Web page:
There's something about the punk rock of Northern California's Rancid will remain forever and indelibly ingrained in Aftermath's heart. No matter what we seem to find ourselves getting into, all we need to hear is a few spins of...And Out Come The Wolves
to bring us back to our liberty-spiked, snotty roots. The band's working class romanticism and brotherhood ethos has struck a chord with us for nearly a decade and a half.
It seems that whenever the band hits town on tours that have been rather sporadic in the past few years, we become wide-eyed punkers again with our fists in the air and one of their chants busting out of our lungs. We hear detractors and former fans deriding their sound as corny and derivative, but that has never tainted our attraction to the four burly and tattooed guys from Oakland. To us, they have been older and cooler uncles that show up whenever we need them the most to set us straight.
On Saturday night, the band came as the middle support to Rise Against, a massively popular politically-aware nu-punk band with plenty of vitriol and soul to propel them as far as they want. The crowd was radically split between the two bands, with a chosen few able to see the parallels between both and enjoy them just the same. More on RA later...
Rancid's set was adorned with all the familiar hallmarks of their live shows. The "Armstrong Ave." sign adorning lead singer and guitarist Tim Armstrong amp setup, the scorched Earth imagery being projected onto a white sheet at the back of the stage, and the stoic energy of the band's bounding guitarist Lars Frederiksen. The latter becomes with each passing year a sort of mythical father figure to the street-punk crowd. The smoking section out in front of the venue was awash with stories of Lars' charitableness when it comes to young local bands in each city.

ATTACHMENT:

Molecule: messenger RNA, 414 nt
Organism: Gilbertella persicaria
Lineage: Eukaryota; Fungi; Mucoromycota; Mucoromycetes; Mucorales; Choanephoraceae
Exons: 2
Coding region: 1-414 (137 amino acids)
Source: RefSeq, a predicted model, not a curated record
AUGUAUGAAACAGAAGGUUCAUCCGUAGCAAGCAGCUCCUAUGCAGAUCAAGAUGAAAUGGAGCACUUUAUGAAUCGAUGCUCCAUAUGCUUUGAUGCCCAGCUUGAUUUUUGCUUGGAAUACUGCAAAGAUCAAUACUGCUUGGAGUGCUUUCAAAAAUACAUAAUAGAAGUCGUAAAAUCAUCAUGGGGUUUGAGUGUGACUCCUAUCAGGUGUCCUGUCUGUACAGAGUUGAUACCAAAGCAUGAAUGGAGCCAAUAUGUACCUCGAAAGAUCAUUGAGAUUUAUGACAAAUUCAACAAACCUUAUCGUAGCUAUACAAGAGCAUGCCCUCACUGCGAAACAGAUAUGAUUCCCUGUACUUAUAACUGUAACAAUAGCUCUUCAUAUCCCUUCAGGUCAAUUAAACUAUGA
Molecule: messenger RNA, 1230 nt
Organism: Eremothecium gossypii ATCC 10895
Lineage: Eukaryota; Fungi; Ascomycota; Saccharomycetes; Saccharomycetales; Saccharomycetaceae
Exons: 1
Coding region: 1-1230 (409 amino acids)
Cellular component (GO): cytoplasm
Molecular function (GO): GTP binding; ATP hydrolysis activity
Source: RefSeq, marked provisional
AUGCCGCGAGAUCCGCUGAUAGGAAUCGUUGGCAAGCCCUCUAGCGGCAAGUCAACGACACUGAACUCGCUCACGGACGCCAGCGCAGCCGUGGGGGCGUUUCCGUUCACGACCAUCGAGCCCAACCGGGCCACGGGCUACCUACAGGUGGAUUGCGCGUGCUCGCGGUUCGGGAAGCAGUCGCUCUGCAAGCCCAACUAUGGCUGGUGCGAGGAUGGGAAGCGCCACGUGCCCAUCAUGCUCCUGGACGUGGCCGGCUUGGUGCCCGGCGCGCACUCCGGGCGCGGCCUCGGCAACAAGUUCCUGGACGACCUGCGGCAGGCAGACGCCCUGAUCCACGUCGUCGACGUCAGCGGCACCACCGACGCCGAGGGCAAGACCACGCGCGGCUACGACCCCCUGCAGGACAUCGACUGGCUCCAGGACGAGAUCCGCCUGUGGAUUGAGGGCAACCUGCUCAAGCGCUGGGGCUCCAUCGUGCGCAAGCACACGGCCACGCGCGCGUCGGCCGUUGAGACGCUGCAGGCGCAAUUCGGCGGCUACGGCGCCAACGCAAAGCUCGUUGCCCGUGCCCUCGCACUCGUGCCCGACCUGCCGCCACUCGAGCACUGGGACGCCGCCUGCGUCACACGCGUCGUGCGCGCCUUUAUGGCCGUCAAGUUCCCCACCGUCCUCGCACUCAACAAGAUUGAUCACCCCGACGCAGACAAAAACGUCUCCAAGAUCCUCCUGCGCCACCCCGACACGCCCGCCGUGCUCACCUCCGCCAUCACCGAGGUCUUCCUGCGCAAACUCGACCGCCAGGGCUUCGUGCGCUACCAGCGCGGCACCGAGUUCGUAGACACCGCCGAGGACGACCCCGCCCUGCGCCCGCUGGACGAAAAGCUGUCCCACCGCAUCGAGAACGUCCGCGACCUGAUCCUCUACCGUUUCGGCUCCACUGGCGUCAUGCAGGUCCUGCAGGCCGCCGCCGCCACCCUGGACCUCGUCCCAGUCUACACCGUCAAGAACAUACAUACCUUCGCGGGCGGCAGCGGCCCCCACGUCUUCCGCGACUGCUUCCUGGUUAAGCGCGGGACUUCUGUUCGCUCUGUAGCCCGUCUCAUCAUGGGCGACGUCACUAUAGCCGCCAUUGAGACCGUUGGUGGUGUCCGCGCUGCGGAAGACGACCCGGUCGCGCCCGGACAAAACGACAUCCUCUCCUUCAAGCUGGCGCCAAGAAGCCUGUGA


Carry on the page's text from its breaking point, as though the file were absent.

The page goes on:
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The band came out swinging with 2003's hit single "Fall Back Down", which always has a funny way of appearing to us right when we need it. The lyrical content, hearkening to a brotherhood that knows only support and love is one that is far too absent in the rock world in general. It seems no matter what issues we may have, that opening bass line washes those damn blues away.
With the band slotted in the middle of Canadian pop-punkers Billy Talent and RA, quick work had to be done with the band's nearly twenty-year discography during their just shy of an hour set. A handful of songs from this year's Let The Dominoes Fall perked up the novices in the crowd, and the other stellar seminal swingers from Let's Go and the aforementioned Wolves kept the pit churning and pinned us down with a joyous grin. The acoustic "Civilian Ways" is about a young soldier coming home to the States after a hellish tour in the Middle East and feeling detached, and haunted by the ghosts of his fallen friends. It made for a poignant and endearing moment for the crowd, especially Aftermath's own Iraq War vet cousin who was in the crowd with her fiancée.
Headliners Rise Against, led by ferocious howler Tim McIIrath, burn with an intensity rarely found on modern rock radio. Sure guys like Shinedown and Godsmack can bring the pain but it seems that Rise Against are the only ones doing it with a political conscience. And with the bands pummeling assault and McIIrath's lung-busting vocals, there's no wonder that we saw at least a dozen kids go over the barricade and out of the pit during each song. Massive singles like "Re-Education (Through Labor)" and "Give It All" had the flailing across the stage and the security guards busy all night long. The band traffics in the same dissent and vinegar that Rage Against The Machine made so catchy and all the while profitable. But that is not to say that what they do is rote or boring. If anything they are bringing a taste of counter-culture fire to radio playlists that would otherwise wholly vanilla and apolitical.
Hell, if it sounds good and it stands for shit, there is nothing much else you need in this world. We may not understand Rise Against completely and the kids sitting down in the lobby during Rancid may be stumped by the band's old-school sprawl, but we were all there for one thing.